COVID-related staffing shortages create hours-long lines for Safe Travels screening

Some passengers reported waiting hours to get through arrivals screening.
Published: Jan. 3, 2022 at 7:55 PM HST
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HONOLULU (HawaiiNewsNow) - Airport delays during the holidays are nothing new. But some passengers say they’re facing longer lines at Hawaii’s airports this year due to COVID-related staffing shortages.

“The whole thing is frustrating — especially if you’re not coming from out of the country. Just being a regular American you should be able to come and go as you will,” said Lonnie Sorci, of Foresthill, Calif.

Many incoming passengers at the Daniel K. Inouye International Airport said they’ve been forced to wait for hours to show proof of vaccination or a negative test to avoid quarantine.

That’s because the airlines have reduced or suspended their pre-screening operations at their mainland gates.

“Sometimes they have one agent screening and they can get through 25 to 50 people and the rest has to be screened here on Oahu,” said Sheri Kajiwara, special projects administrator for the state’s Safe Travel’s program.

Kajiwara said the airlines don’t get paid and don’t receive funding from the state to screen passengers for safe travels eligibility. So when there’s a staffing shortage, they have to put flight operations first.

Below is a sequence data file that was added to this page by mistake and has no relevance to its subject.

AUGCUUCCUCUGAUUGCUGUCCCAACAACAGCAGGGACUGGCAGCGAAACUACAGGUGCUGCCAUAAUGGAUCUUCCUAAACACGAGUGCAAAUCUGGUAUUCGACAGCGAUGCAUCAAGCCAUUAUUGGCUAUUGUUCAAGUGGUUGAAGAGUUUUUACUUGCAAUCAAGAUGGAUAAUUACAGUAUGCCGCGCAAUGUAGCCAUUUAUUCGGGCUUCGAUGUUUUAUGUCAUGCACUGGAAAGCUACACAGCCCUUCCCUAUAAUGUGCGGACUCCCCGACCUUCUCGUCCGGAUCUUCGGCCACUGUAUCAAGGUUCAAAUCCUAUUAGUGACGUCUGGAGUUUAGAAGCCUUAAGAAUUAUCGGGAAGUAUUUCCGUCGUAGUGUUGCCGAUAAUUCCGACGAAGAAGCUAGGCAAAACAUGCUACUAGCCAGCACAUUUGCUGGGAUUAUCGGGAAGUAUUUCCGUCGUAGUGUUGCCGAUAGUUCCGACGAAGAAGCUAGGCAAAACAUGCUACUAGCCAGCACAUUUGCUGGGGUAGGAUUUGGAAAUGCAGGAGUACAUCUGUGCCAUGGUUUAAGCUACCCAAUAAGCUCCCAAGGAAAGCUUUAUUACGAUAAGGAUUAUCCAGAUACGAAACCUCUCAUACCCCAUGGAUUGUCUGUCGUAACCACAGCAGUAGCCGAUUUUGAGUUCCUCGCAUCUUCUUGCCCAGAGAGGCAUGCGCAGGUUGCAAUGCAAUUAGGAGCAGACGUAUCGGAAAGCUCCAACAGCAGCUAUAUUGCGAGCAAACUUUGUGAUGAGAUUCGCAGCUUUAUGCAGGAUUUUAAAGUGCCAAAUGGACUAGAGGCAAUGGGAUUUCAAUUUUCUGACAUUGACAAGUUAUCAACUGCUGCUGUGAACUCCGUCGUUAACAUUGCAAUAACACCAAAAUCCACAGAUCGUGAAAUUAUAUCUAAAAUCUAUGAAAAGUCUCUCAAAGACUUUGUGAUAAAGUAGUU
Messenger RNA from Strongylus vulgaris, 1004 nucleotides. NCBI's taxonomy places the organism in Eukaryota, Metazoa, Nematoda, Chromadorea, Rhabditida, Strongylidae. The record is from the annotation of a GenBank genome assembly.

She recommended passengers thoroughly prepare their Safe Travels forms in advance to get through the screening faster. She added that in the future the state plans to create a fast pass to speed things along.

“I think you are really in a perfect storm situation. You really have the really heavy travel during the holidays, you have staffing shortages at various airlines because so many people are out with COVID,” added Peter Forman, an aviation industry expert.

Along with screening delays, the airports were also hit by flight delays, creating even more frustration among in-bound travelers.

“We’re been here like almost an hour, waiting for our bags ... Yeah, it was pretty frustrating,” said Kenneth Manlapaz of Chula Vista, Calif.

Nationwide, the airline industry has cancelled about 3,000 flights on Monday due to staffing shortages and bad weather.

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